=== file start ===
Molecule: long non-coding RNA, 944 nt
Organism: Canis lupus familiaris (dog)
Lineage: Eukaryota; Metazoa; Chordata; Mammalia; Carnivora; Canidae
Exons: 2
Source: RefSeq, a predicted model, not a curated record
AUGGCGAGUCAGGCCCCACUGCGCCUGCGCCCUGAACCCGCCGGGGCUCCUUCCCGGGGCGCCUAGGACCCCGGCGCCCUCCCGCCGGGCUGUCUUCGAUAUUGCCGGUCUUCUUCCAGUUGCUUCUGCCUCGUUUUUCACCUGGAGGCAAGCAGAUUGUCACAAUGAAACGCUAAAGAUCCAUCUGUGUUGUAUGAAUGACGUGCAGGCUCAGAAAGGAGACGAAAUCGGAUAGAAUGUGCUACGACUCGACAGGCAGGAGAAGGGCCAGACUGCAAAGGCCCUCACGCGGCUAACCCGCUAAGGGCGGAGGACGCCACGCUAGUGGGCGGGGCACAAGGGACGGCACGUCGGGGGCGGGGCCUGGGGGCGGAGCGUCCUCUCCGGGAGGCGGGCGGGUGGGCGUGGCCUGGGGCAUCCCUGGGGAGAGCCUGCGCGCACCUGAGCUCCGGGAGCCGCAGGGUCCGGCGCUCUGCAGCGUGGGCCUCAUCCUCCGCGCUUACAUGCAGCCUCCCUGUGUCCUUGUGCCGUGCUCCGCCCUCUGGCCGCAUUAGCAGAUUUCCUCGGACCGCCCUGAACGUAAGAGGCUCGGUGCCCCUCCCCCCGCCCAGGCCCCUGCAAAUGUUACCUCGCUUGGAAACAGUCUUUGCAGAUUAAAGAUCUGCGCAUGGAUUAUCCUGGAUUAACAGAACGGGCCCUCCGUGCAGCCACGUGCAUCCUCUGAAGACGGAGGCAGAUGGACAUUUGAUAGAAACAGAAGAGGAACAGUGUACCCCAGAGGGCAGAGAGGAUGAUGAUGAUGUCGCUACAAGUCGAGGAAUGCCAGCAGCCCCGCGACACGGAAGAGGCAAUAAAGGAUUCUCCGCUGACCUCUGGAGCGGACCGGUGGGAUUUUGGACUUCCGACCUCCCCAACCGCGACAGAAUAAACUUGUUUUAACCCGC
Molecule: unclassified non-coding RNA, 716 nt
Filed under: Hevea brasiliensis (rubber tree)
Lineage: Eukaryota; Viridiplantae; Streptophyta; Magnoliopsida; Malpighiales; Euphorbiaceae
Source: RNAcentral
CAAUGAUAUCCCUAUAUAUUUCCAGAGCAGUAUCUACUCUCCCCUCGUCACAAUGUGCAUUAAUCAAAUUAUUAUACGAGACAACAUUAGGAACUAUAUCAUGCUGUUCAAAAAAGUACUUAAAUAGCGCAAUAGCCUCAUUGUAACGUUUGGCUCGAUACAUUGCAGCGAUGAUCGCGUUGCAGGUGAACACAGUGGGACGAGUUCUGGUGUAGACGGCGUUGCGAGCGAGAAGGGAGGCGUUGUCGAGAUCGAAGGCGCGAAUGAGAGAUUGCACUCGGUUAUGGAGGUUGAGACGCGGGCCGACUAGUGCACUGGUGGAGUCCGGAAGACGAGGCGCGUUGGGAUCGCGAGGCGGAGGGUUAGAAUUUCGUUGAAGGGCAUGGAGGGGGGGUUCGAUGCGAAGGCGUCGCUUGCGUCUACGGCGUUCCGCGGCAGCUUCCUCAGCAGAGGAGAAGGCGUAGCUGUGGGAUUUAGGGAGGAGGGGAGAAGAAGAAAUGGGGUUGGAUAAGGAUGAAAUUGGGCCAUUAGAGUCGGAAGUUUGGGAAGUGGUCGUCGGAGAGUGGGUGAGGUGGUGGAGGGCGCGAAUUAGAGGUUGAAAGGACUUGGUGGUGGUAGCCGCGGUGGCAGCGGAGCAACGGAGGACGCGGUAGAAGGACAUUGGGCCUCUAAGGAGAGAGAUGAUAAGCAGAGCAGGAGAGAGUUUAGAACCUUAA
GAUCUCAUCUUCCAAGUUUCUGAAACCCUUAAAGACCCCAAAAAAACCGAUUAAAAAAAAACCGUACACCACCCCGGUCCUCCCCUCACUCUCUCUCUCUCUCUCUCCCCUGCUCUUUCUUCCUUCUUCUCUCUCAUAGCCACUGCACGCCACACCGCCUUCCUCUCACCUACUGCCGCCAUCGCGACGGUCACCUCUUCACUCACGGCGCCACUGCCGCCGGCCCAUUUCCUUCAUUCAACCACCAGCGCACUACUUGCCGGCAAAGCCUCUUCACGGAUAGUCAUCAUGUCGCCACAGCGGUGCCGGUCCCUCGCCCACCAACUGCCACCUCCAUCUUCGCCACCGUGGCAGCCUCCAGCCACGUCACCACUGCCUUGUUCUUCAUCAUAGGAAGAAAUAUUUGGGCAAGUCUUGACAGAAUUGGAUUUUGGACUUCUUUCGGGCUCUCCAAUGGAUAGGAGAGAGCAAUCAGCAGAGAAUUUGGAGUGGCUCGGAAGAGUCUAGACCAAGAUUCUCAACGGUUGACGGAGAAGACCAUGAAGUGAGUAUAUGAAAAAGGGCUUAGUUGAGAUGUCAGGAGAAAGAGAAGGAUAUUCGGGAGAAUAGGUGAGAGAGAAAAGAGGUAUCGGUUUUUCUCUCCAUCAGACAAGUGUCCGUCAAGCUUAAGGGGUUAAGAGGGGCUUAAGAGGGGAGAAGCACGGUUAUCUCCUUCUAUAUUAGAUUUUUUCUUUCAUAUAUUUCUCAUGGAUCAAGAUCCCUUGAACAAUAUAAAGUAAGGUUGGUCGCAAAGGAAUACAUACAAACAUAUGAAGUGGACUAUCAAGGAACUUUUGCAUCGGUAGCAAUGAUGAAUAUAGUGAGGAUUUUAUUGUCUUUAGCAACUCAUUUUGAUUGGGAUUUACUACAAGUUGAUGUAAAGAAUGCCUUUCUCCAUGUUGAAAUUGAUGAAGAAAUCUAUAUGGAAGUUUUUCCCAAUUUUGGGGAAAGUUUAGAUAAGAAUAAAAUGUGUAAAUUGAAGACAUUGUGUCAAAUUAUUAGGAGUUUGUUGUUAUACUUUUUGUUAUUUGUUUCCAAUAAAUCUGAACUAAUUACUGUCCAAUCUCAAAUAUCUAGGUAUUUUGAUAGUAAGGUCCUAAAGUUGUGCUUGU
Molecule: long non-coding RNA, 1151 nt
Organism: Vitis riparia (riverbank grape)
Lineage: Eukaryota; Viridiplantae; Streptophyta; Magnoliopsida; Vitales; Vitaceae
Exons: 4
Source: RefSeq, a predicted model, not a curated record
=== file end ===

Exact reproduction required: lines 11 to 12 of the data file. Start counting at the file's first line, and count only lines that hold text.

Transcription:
CAAUGAUAUCCCUAUAUAUUUCCAGAGCAGUAUCUACUCUCCCCUCGUCACAAUGUGCAUUAAUCAAAUUAUUAUACGAGACAACAUUAGGAACUAUAUCAUGCUGUUCAAAAAAGUACUUAAAUAGCGCAAUAGCCUCAUUGUAACGUUUGGCUCGAUACAUUGCAGCGAUGAUCGCGUUGCAGGUGAACACAGUGGGACGAGUUCUGGUGUAGACGGCGUUGCGAGCGAGAAGGGAGGCGUUGUCGAGAUCGAAGGCGCGAAUGAGAGAUUGCACUCGGUUAUGGAGGUUGAGACGCGGGCCGACUAGUGCACUGGUGGAGUCCGGAAGACGAGGCGCGUUGGGAUCGCGAGGCGGAGGGUUAGAAUUUCGUUGAAGGGCAUGGAGGGGGGGUUCGAUGCGAAGGCGUCGCUUGCGUCUACGGCGUUCCGCGGCAGCUUCCUCAGCAGAGGAGAAGGCGUAGCUGUGGGAUUUAGGGAGGAGGGGAGAAGAAGAAAUGGGGUUGGAUAAGGAUGAAAUUGGGCCAUUAGAGUCGGAAGUUUGGGAAGUGGUCGUCGGAGAGUGGGUGAGGUGGUGGAGGGCGCGAAUUAGAGGUUGAAAGGACUUGGUGGUGGUAGCCGCGGUGGCAGCGGAGCAACGGAGGACGCGGUAGAAGGACAUUGGGCCUCUAAGGAGAGAGAUGAUAAGCAGAGCAGGAGAGAGUUUAGAACCUUAA
GAUCUCAUCUUCCAAGUUUCUGAAACCCUUAAAGACCCCAAAAAAACCGAUUAAAAAAAAACCGUACACCACCCCGGUCCUCCCCUCACUCUCUCUCUCUCUCUCUCCCCUGCUCUUUCUUCCUUCUUCUCUCUCAUAGCCACUGCACGCCACACCGCCUUCCUCUCACCUACUGCCGCCAUCGCGACGGUCACCUCUUCACUCACGGCGCCACUGCCGCCGGCCCAUUUCCUUCAUUCAACCACCAGCGCACUACUUGCCGGCAAAGCCUCUUCACGGAUAGUCAUCAUGUCGCCACAGCGGUGCCGGUCCCUCGCCCACCAACUGCCACCUCCAUCUUCGCCACCGUGGCAGCCUCCAGCCACGUCACCACUGCCUUGUUCUUCAUCAUAGGAAGAAAUAUUUGGGCAAGUCUUGACAGAAUUGGAUUUUGGACUUCUUUCGGGCUCUCCAAUGGAUAGGAGAGAGCAAUCAGCAGAGAAUUUGGAGUGGCUCGGAAGAGUCUAGACCAAGAUUCUCAACGGUUGACGGAGAAGACCAUGAAGUGAGUAUAUGAAAAAGGGCUUAGUUGAGAUGUCAGGAGAAAGAGAAGGAUAUUCGGGAGAAUAGGUGAGAGAGAAAAGAGGUAUCGGUUUUUCUCUCCAUCAGACAAGUGUCCGUCAAGCUUAAGGGGUUAAGAGGGGCUUAAGAGGGGAGAAGCACGGUUAUCUCCUUCUAUAUUAGAUUUUUUCUUUCAUAUAUUUCUCAUGGAUCAAGAUCCCUUGAACAAUAUAAAGUAAGGUUGGUCGCAAAGGAAUACAUACAAACAUAUGAAGUGGACUAUCAAGGAACUUUUGCAUCGGUAGCAAUGAUGAAUAUAGUGAGGAUUUUAUUGUCUUUAGCAACUCAUUUUGAUUGGGAUUUACUACAAGUUGAUGUAAAGAAUGCCUUUCUCCAUGUUGAAAUUGAUGAAGAAAUCUAUAUGGAAGUUUUUCCCAAUUUUGGGGAAAGUUUAGAUAAGAAUAAAAUGUGUAAAUUGAAGACAUUGUGUCAAAUUAUUAGGAGUUUGUUGUUAUACUUUUUGUUAUUUGUUUCCAAUAAAUCUGAACUAAUUACUGUCCAAUCUCAAAUAUCUAGGUAUUUUGAUAGUAAGGUCCUAAAGUUGUGCUUGU